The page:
Women & Children

The following photos were purchased at City Antiques in Winter Park, FL.  The “2/1” marking on the back represents the price (2 for 1 dollar).  Though they were all purchased from the same booth, I am not positive they share an origin. I did at first think the baby and the woman with the shadow pictures were related (since the handwriting seems similar) but my half-hearted Google investigations could determine no connection.

"Ranier trip with Jareds"

This obviously refers to Mt. Ranier National Park.  The composition of this picture is gorgeous. Love the contrast between the natural beauty of the surroundings and the uncomfortable expression and awkward posture of the woman.

Age 3 months, weight 17lbs


Front:  “Robert Cleavland, Sharon. Age 3 months, weight 17lbs. 192?”

Back:  “3 month ? lb Robert Cleavland”

Scrawl on the back is in pencil, same as the price marking; leading me to believe that the script on the back is unrelated to the original picture or the child’s family.  I think the front date is 1929 or 1924, but there is no way to be sure. Google searches reveal “Cleavland” to be an unusual spelling of the surname, but I didn’t see any genealogy charts that had a “Robert Cleavland” and a “Sharon” or “Shanon” (the name of the mother or father?) listed.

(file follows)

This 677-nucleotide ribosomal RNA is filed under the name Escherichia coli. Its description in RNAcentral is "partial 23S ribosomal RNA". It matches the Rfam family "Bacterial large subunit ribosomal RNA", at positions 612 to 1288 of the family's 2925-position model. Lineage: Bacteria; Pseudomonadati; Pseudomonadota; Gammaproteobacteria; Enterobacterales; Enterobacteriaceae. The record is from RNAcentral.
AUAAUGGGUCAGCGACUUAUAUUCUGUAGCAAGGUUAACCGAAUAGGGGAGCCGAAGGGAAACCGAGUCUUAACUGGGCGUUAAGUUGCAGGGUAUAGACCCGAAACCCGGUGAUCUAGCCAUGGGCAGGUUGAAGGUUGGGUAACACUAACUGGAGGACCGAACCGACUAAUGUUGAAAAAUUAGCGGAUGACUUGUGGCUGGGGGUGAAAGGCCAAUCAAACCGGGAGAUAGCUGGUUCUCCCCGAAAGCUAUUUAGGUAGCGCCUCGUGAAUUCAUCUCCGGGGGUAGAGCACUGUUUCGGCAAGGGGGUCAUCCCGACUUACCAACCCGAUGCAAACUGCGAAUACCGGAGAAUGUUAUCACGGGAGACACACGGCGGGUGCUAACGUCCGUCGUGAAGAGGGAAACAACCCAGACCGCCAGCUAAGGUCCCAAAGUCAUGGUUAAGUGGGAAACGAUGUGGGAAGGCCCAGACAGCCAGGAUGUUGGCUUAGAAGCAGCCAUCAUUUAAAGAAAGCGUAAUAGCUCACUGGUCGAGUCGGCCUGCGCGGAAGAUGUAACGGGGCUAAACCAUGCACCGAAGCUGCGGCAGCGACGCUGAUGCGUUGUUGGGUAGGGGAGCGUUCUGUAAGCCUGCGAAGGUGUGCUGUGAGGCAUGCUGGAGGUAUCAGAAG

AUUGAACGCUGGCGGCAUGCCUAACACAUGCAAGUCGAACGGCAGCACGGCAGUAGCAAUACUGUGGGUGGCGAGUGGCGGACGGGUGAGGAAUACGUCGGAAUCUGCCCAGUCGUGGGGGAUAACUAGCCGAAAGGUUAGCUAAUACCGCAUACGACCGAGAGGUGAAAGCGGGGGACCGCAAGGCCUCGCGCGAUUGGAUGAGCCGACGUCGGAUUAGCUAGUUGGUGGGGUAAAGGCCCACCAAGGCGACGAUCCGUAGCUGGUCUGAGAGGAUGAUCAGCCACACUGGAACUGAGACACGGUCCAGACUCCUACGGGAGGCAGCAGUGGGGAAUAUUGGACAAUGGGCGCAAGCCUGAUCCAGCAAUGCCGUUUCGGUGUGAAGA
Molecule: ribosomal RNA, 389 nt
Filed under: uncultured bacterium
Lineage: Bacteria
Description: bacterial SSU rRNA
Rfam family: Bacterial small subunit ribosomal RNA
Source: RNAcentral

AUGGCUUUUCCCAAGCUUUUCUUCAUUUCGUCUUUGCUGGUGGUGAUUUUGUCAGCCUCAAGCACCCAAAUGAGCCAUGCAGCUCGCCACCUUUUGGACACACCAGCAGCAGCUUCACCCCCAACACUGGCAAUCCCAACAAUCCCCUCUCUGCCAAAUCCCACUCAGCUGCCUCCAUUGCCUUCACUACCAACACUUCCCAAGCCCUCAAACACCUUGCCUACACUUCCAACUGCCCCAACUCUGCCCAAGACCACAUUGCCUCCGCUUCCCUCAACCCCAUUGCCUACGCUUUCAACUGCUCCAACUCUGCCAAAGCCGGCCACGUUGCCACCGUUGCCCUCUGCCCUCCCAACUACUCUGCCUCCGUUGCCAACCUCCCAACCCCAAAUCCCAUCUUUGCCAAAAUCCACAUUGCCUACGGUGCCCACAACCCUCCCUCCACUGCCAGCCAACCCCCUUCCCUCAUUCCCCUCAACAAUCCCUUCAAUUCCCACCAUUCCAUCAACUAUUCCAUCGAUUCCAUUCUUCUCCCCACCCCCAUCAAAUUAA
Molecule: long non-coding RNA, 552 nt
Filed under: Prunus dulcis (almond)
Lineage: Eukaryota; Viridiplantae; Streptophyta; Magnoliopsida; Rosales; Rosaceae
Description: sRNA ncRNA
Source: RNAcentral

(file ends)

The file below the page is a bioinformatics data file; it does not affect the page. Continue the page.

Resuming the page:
These old “take a picture of the baby looking abandoned” or “take a picture of the best assets we have, our house and our progeny” pictures are always a little creepy to me.

Poudre Canon, July 1923

I love this photograph. I love how, even though I’m sure the shadow is from the photographer and not representing anything ominous, there is still something vaguely threatening in this picture.  I love to look at it and create different relationships between the shadow and the girl: her father, her boyfriend, a demon, a god, a stranger, a stack of sentient rocks riding on the back of a dwarf and carrying a boa constrictor.  The expression on the girl’s face is wonderfully open to interpretation, even though she’s probably just squinting into the sun.

“Poudre Canon” is probably Poudre Canyon, which is near the Rocky Mountains in Larimer, CO.  It looks like an extremely remote area, favorable for camping. I wonder if in days-gone-by it was more of an attraction or if the road was just

Out of curiosity, I mapped the distance between the two identifiable locations from this group of images.  In the 1920s, of course, the highways pictured would not have been available.  In fact, it was in this decade that road construction for what would become Poudre Canyon Highway 14 began.  It would almost 40 years before construction on the two major highways this map refers to (I-80 and I-84) would even begin, much less be traversable to the casual American tourist.

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